But the other dimension to this is that clearly people have grown annoyed by Thompson. This is a natural consequence of becoming popular online. People are mad at the social structures and racist corporate algorithms that mean white beautiful women are the only people who regularly become internet famous and, this week, users decided they were sick of Thompson. Except, unlike, say, 10 years ago, when you could easily just say that someone on the internet was being fucking annoying, now, in 2021, virality comes with it a perception of financial success. And in America, we equate financial success with morality, so, instead of just saying, “I hate looking at the bee woman,” instead, users are desperate for a way to dismantle the viral person as a person because people incorrectly think that will make them no longer financially successful or viral. Except it doesn’t.
You don’t get six million TikTok followers by posting scientifically accurate content about bees and I can guarantee the majority of those followers aren’t going to suddenly unfollow Thompson after hearing she might be a Republican (she’ll probably get more followers tbh). Being viral or being rich or being both doesn’t mean you’re a good person and being a bad person doesn’t make it all go away. Have a good weekend.
lol jk here’s some more garbage…
Facebook’s Podcast Product Is Fast Approaching
Pod News reported this morning that certain Facebook creators are getting emails from Facebook about a podcast page. I assume Facebook’s podcast product will go exactly like all of their other products go:
There will be a quiet rollout at first.
Then media brands, desperate to get bigger listenerships for their podcasts, will announce that they are launching Facebook-based podcasts.
Those media companies will hire a bunch of people to make these shows.
At the same time, a bunch of randos will suddenly become very popular on Facebook’s podcast ecosystem, thus setting the standard for what does well on the platform. They’ll be like anti-vax chiropractors or megachurch pastors or magicians or something.
After about three-to-six months, the media brands will realize that the kind of content they would have to make to get the scale on Facebook required to be seen as a success is too grotesque and low cultured to be impressive to investors or board members or at upfront conferences and start quietly dismantling all of their shows.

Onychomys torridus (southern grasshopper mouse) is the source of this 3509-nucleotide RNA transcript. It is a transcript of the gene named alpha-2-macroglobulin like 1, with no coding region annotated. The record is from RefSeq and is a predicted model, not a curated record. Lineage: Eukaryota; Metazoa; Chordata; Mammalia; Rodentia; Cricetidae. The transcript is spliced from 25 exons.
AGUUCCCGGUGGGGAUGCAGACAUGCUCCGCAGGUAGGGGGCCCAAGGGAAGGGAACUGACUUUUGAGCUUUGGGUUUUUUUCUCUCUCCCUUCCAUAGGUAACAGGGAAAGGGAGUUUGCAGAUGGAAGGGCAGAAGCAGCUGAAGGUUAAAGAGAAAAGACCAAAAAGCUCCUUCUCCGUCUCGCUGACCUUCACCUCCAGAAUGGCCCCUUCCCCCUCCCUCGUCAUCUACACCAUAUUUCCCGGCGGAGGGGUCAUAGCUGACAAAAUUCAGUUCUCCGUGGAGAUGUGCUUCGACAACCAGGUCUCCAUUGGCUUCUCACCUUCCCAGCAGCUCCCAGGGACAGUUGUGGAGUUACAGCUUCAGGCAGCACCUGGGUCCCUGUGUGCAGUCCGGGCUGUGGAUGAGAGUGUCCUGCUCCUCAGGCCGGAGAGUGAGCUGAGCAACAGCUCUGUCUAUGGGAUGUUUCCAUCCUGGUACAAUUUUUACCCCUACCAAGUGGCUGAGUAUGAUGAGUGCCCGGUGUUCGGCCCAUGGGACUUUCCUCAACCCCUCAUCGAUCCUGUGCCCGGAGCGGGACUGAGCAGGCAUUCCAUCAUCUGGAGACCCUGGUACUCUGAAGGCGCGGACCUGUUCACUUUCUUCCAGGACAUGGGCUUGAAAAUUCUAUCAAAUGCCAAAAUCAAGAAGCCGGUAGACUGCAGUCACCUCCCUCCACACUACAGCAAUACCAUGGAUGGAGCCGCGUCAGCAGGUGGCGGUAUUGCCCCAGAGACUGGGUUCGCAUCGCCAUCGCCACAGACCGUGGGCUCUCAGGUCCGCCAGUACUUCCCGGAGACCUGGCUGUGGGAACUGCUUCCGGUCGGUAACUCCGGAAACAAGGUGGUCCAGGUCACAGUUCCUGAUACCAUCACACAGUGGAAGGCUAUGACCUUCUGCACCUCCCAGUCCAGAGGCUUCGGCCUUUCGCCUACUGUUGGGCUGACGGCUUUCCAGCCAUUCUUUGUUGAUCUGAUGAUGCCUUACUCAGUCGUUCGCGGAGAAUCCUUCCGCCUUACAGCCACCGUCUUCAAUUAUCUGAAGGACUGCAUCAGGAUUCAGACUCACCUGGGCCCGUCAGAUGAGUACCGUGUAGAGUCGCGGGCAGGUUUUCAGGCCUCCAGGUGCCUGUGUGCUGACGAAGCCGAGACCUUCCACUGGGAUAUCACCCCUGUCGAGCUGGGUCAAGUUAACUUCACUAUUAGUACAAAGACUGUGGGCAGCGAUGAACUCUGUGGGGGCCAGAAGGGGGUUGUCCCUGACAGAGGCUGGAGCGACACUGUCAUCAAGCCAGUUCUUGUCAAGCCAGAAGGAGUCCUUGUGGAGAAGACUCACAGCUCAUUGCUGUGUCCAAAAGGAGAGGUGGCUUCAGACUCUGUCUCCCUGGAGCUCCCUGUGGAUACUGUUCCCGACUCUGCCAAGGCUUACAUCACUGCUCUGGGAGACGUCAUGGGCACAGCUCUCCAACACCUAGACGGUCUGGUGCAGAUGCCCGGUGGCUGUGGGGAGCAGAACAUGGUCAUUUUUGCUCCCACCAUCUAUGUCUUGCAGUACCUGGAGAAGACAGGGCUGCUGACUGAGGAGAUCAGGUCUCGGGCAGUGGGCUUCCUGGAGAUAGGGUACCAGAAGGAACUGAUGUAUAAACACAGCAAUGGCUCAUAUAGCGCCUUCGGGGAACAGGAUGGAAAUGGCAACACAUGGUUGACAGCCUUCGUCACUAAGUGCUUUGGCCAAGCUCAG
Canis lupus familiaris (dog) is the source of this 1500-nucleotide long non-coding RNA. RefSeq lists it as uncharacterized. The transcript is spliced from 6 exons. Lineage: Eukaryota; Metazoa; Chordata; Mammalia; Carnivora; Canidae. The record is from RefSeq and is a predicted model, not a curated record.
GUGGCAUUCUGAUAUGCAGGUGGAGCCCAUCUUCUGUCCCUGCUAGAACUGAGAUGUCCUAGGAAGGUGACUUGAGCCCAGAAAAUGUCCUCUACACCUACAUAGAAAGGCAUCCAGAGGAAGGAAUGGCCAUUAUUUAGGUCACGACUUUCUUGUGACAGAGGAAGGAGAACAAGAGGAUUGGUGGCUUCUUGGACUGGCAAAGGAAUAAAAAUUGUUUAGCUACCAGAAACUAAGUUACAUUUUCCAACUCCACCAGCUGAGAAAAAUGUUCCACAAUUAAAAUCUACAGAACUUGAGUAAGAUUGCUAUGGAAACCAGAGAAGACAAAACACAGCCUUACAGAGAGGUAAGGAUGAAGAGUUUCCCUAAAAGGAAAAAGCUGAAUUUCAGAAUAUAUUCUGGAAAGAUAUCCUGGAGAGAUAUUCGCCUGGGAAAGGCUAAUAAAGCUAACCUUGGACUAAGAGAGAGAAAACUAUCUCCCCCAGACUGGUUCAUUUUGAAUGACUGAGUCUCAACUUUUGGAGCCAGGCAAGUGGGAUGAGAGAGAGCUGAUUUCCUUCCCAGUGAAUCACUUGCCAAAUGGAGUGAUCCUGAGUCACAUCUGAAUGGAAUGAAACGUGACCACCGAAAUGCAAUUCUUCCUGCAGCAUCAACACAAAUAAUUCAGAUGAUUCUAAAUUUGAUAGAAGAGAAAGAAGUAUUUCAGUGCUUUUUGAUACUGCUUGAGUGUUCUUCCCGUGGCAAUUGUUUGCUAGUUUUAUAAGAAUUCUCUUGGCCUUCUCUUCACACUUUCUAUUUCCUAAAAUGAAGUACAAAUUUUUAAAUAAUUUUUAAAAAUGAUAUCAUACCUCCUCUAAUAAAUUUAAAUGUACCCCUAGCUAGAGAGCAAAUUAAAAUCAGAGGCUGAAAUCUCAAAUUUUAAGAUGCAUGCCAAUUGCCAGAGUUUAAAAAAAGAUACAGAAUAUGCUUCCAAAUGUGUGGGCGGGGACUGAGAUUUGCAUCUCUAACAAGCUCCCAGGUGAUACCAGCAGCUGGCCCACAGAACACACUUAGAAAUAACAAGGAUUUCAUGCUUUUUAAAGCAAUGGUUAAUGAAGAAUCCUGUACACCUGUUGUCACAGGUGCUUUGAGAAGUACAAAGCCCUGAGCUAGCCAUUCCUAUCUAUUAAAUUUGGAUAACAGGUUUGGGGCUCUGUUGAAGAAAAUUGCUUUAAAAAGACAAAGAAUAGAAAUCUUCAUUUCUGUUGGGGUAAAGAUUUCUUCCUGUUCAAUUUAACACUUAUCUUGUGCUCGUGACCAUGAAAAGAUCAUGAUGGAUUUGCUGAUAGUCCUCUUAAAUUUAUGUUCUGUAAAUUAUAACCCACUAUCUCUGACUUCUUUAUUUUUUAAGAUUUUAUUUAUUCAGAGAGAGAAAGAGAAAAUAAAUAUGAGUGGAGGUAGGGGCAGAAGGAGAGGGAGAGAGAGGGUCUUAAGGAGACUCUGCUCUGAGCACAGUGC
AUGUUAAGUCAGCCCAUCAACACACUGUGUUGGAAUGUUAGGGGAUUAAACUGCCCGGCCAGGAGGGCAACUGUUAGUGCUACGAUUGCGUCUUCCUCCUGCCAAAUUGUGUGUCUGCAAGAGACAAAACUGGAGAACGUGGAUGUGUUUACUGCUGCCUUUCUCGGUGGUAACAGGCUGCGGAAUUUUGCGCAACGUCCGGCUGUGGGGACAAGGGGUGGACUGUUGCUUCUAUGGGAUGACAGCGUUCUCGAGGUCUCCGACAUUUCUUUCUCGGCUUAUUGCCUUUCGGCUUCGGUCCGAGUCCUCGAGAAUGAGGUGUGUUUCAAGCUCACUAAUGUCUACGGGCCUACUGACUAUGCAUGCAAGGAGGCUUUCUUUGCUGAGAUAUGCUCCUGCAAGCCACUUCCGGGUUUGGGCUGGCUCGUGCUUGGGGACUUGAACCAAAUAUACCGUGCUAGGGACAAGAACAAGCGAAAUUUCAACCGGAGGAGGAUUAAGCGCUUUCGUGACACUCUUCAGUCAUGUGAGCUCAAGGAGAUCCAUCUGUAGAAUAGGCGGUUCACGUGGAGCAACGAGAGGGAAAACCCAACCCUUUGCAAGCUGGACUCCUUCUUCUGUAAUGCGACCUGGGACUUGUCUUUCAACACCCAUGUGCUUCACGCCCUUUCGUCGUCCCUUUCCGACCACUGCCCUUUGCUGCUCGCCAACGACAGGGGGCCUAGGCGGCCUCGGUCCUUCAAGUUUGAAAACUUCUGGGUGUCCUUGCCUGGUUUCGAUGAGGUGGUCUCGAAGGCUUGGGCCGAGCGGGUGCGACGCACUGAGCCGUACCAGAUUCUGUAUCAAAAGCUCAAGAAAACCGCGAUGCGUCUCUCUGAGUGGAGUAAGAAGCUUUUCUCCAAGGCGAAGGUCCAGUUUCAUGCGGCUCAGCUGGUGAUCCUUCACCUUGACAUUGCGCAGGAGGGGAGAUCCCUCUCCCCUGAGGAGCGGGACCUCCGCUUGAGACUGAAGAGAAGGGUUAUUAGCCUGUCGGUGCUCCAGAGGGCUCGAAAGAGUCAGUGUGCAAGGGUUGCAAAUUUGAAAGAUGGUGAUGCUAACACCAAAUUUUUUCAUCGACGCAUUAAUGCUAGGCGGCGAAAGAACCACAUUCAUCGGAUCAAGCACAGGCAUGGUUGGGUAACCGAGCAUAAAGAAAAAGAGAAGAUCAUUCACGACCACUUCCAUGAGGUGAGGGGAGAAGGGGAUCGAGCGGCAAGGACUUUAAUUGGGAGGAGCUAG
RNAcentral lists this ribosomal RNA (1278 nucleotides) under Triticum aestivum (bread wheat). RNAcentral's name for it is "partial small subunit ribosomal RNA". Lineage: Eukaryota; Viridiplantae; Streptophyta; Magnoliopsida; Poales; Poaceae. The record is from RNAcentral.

A few of the randos will amass audiences bigger than every major radio station combined and, because of the lowest common denominator content they’re producing to stay viral on Facebook, the professional audio world will never acknowledge them ever.
A Good Tweet
The following is a paid ad. I’m currently experimenting with how ads or classifieds might work in Garbage Day. If you’re interested in advertising, fill out this form, and I’ll get back to you shortly. Thanks!
Want to break free from your echo chamber? There's an app for that.
Ground News is the world's first news source comparison platform that empowers you to compare how outlets from the left, center, and right are covering any story. Adopt a balanced news diet and download the Ground News App for free today.
Can TikTokers Identify As TikTokers?
Right now, a bunch of influencers are holding boxing matches. I assume this is the natural endpoint of what happens when you spend your early 20s making viral thirst traps and doing cocaine in hype houses.
The most notable of the influencer boxers right now are Jake and Logan Paul and KSI who are, apparently, “an embarrassment” and a “farce”. But these guys have audiences and audiences mean attention and attention means money, so it seems like everyone’s going to let these guys punch each other poorly until they get bored.